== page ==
But it is the fact that Ford's wife Carrie will ride that has excited the media, especially because she was in the saddle for the horse's victory in the Foxhunters Chase just 10 weeks after having her first child. At that point she retired for baby Hannah's sake, but has come back for the big race.

The excitement intensified after McCain ungallantly dismissed her chance, proclaiming: "Carrie is a broodmare now and having kids doesn't get you fit to ride."

If Forest Gunner does win Ford will be the first female winning rider in the race's history. But if anybody can do it, she can. She has been champion female National Hunt jockey and won the ladies amateur title twice. She has only had three rides in public this season but has been making her thigh muscles burn during 20 miles a day of riding work for her husband as well as daily swimming and running. It would be a hugely popular success if she were to win.

Of the competition, Clan Royal would have to be feared in an ordinary year. But for his trainer Jonjo O'Neill this has been a nightmare season. His state of the art Cotswolds yard has had to be shut down for weeks with his horses suffering from a virus. They have been dribbling back to the racecourse lately, but only with limited success.

When O'Neill triumphed with Schapiro at Newbury on Saturday, I asked after Clan Royal, who has not seen a racecourse since last year's National. "He looks fine, like this fellow," said the trainer with a wry smile, indicating his winner. "I only hope he will run as well."

But it cannot be the ideal preparation for a 4½-mile stamina test and the bookmakers are not being generous with their 10/1.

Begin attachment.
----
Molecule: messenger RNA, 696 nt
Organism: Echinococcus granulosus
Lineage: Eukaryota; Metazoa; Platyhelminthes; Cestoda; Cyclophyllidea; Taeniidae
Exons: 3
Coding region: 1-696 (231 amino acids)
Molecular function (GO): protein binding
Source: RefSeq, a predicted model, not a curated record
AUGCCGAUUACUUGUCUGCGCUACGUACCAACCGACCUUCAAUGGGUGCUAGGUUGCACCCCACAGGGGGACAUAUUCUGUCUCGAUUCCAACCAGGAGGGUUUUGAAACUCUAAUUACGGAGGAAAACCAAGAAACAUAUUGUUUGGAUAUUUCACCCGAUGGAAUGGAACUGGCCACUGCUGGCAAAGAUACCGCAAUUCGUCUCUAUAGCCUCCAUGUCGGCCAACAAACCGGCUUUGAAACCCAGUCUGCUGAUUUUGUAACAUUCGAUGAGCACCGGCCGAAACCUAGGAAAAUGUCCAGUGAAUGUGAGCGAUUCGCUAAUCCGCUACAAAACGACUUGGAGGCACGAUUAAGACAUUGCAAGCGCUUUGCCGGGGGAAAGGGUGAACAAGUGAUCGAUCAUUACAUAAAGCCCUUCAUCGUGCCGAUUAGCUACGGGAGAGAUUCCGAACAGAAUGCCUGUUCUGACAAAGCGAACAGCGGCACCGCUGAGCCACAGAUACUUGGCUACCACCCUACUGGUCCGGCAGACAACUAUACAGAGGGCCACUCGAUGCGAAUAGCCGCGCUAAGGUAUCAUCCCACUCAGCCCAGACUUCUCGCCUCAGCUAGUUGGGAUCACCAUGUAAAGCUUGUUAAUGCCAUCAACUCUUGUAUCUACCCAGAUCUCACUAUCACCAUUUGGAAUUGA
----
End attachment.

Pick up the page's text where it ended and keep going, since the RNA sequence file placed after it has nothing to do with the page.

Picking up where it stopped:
At 13 years old, Amberleigh House seems unlikely to triumph again, and Hedgehunter is this year's favourite. The Irish carried all before them at Cheltenham this year and they have done well in the National in recent years, winning with Bobbyjo in 1999 and Papillon in 2000 as well as with Monty's Pass. Hedgehunter, trained by Willie Mullins, has finished out of the first four on only six of his 26 starts. But one of those six was last year's National when Hedgehunter crashed at the last fence looking a very tired horse.

Like Clan Royal's owner JP McManus, Hedgehunter's owner Trevor Hemmings has spent a fortune trying to find a National winner, so far without success, and I suspect that McManus's Spotthedifference, fifth in last year's race and a winner of the cross-country chase at the Cheltenham Festival, will prove the best of the Irish.

A bigger threat to Forest Gunner could be Strong Resolve, an 11/1 shot trained in Scotland by Lucinda Russell. Runner-up in the Welsh National at Chepstow, he jumps well and should relish the National trip.

And for a long shot at fancy odds, try the 40/1 Frenchman's Creek. Talented, but awkward, he just might be intrigued enough by the Aintree obstacles to show his best.

Copyright The Financial Times Limited 2017. All rights reserved.
myFT

Follow the topics mentioned in this article

Comments have not been enabled for this article.